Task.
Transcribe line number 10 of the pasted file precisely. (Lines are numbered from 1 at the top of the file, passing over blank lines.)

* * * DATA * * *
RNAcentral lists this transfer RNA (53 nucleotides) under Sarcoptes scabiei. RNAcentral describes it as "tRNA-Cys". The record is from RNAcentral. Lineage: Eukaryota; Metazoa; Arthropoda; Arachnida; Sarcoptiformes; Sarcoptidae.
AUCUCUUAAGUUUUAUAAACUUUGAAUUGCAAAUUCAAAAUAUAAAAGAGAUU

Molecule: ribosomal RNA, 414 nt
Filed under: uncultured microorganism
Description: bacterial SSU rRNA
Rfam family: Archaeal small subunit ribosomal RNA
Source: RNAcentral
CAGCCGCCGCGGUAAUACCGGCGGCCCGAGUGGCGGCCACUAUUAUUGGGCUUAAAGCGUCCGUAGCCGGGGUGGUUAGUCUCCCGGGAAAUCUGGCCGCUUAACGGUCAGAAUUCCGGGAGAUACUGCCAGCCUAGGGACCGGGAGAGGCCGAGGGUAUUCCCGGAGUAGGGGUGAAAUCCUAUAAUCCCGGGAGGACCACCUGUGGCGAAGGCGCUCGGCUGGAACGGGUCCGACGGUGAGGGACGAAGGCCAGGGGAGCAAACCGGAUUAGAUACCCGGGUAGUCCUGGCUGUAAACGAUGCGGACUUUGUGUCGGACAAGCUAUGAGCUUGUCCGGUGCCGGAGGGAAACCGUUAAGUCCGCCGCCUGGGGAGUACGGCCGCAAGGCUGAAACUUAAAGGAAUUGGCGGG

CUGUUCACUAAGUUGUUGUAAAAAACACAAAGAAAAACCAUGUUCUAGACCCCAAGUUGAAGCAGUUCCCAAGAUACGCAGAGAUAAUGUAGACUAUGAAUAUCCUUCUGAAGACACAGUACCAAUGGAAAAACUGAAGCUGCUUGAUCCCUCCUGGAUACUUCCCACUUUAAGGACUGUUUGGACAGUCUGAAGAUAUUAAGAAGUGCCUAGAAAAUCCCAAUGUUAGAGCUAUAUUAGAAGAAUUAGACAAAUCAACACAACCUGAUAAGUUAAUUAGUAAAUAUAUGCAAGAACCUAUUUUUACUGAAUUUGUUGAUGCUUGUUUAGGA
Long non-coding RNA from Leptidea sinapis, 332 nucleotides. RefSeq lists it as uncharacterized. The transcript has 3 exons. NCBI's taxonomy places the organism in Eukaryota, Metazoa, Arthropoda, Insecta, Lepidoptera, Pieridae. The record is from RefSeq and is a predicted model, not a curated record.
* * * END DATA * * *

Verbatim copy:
Long non-coding RNA from Leptidea sinapis, 332 nucleotides. RefSeq lists it as uncharacterized. The transcript has 3 exons. NCBI's taxonomy places the organism in Eukaryota, Metazoa, Arthropoda, Insecta, Lepidoptera, Pieridae. The record is from RefSeq and is a predicted model, not a curated record.